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Is your sunscreen really protecting you?

Is your sunscreen really protecting you?

What do SPF numbers really mean? My patients ask me that all of the time. For starters, SPF stands for sun protection factor. It measures how much ultraviolet B light (UVB), a sunscreen blocks from reaching the skin.

And because UVB is responsible for sunburns and skin cancer, you want to limit the amount you are exposed to.

Dermatologists routinely recommend using a sunscreen with at least an SPF 30, which allows only about 3 percent of UVB to reach your skin.  That’s not much different from the 2 percent of UVB you get with SPF 50, but the equation only works if you put on enough sunscreen.

Average sunbathers apply half the amount of sunscreen used in laboratory testing, meaning they could burn in half the time. Use at least one ounce of lotion (about the amount that fits into a standard shot glass) for full coverage.  And beware of sunscreen that claims to be waterproof and perspiration-proof; sweat, water and excessive toweling can decrease its effectiveness. For full protection, it’s best to reapply throughout the day.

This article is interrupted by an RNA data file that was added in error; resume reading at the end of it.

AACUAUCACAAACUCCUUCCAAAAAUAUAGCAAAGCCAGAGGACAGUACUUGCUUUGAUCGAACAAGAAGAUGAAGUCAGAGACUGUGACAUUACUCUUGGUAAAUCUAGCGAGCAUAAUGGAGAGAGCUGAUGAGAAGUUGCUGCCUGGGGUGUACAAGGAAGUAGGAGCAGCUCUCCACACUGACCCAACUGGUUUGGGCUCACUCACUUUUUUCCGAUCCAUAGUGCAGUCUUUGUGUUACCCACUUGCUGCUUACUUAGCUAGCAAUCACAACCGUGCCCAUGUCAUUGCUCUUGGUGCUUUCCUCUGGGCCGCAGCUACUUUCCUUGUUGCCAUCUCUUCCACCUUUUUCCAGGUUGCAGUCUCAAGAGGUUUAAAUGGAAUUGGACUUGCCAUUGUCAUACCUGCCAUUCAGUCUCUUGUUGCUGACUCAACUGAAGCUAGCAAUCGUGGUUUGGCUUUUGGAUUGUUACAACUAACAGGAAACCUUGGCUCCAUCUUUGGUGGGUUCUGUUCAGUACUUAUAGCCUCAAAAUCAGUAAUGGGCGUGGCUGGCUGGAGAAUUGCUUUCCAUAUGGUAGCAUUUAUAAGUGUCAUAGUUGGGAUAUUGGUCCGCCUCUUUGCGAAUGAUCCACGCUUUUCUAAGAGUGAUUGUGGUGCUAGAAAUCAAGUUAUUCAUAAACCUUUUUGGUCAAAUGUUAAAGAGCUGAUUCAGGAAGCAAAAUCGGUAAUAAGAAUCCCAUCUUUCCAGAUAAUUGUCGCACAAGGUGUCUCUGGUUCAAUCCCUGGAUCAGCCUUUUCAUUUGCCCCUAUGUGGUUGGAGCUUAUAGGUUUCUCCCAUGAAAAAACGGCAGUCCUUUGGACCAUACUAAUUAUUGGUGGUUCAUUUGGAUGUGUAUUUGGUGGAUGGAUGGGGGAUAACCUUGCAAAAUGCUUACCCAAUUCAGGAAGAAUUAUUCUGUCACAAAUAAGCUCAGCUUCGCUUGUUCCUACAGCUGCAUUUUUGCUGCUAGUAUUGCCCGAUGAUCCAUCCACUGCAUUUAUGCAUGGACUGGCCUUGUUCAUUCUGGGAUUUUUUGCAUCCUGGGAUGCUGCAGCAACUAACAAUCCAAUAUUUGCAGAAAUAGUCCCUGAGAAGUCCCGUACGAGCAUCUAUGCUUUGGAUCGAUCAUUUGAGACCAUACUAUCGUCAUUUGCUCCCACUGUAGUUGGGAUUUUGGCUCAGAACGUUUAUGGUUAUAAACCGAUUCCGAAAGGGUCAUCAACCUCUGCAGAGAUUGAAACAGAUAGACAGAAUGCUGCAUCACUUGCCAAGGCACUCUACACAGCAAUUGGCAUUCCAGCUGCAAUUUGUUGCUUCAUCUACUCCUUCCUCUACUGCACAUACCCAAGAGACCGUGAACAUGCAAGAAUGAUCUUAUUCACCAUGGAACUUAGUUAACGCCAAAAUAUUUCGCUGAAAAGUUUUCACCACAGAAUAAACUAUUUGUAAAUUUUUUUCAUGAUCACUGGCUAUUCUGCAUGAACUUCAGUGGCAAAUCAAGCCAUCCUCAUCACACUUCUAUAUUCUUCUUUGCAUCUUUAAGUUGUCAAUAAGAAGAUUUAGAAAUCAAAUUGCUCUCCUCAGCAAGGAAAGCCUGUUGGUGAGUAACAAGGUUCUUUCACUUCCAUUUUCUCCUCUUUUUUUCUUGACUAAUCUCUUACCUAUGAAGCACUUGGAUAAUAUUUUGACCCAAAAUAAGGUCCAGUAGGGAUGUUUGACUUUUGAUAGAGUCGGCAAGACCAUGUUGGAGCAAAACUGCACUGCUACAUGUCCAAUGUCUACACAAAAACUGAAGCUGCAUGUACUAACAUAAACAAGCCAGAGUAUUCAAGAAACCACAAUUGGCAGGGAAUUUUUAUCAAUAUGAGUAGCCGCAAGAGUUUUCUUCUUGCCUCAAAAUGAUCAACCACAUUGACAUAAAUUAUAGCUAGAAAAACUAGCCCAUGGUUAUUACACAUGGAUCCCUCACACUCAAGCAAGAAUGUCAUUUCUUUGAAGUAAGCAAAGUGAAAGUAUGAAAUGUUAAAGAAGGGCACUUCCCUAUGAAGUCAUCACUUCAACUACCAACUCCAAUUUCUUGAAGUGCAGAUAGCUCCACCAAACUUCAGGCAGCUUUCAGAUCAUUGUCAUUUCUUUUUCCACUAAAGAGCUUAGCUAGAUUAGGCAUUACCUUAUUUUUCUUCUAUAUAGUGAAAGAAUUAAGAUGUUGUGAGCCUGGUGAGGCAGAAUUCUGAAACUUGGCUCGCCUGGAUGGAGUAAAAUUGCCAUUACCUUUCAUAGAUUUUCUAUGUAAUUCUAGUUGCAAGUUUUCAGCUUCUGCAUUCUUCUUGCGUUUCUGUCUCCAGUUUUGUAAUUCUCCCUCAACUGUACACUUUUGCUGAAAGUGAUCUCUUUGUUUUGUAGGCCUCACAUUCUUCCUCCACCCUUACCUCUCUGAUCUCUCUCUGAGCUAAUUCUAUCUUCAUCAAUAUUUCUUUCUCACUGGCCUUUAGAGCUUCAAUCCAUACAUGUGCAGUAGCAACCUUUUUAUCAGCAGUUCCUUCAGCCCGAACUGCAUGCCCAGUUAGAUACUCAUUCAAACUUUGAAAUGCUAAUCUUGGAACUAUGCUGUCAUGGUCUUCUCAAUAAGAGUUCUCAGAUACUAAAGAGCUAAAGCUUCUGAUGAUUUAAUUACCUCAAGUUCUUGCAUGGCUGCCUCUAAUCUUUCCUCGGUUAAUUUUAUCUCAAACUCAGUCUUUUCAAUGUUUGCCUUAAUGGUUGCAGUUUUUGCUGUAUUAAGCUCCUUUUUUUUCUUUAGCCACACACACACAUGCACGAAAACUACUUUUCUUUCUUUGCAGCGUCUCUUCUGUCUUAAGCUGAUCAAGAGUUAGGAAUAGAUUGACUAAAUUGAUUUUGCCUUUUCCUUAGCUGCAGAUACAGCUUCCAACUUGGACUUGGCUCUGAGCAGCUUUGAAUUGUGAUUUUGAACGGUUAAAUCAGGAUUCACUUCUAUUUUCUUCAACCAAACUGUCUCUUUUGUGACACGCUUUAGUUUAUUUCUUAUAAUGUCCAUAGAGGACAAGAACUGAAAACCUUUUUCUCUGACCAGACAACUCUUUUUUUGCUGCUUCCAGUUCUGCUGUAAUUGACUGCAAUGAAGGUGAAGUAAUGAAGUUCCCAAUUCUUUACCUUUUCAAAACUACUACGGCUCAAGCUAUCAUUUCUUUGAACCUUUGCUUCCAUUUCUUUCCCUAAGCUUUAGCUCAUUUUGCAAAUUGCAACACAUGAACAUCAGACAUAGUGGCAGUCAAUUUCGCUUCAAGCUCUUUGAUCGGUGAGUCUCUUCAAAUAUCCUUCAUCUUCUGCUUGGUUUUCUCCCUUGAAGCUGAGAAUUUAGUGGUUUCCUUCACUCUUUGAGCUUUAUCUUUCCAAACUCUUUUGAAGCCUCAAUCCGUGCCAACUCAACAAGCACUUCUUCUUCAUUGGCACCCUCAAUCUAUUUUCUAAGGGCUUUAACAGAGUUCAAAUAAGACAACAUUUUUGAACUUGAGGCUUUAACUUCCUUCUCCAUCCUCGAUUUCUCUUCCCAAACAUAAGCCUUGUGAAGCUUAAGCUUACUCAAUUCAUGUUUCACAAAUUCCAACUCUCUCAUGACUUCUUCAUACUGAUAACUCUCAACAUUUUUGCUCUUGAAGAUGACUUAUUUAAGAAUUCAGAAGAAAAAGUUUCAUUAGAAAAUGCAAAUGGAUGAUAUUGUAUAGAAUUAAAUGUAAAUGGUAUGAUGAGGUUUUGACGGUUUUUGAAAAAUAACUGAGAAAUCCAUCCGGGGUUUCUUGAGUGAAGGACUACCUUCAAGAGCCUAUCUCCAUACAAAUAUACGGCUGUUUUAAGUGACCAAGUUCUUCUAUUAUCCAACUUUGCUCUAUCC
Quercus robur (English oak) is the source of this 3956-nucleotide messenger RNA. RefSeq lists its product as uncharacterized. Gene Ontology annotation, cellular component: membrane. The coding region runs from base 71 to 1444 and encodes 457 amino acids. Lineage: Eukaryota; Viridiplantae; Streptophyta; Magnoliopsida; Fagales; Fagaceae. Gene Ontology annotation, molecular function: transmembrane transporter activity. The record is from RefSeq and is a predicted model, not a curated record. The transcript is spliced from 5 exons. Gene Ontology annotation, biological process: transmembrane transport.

Pay attention to the age of your sunscreen. Lotions lose their effectiveness over time, so get rid of any sunscreen more than three years old, or if the bottle has passed its expiration date.

And here’s something else that people forget: While sunscreen will block harmful UVB rays, many don’t protect you from the sun’s other ultraviolet rays: ultraviolet A light, or UVA. UVA rays have more long-term damaging effects on the skin, such as premature aging. Although UVA rays do not cause burns, scientists have linked excess UVA exposure to malignant melanoma, damage to the immune system and other skin cancers like squamous cell carcinoma. Make sure your sunscreen states that it is a complete blocker of both UVB and UVA.

Always wear sunscreen with at least SPF 30, even if you will be outdoors only for a short time.  Remember, long-term sun exposure can lead to skin cancer, cataracts and suppression of the immune system.

For more information about the sun and your skin, talk to your dermatologist.

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About the Author

Dr. Alix Charles
Dr. Alix Charles
Guest Contributor

Dr. Alix Charles is a dermatologist on staff at Advocate Good Samaritan Hospital.

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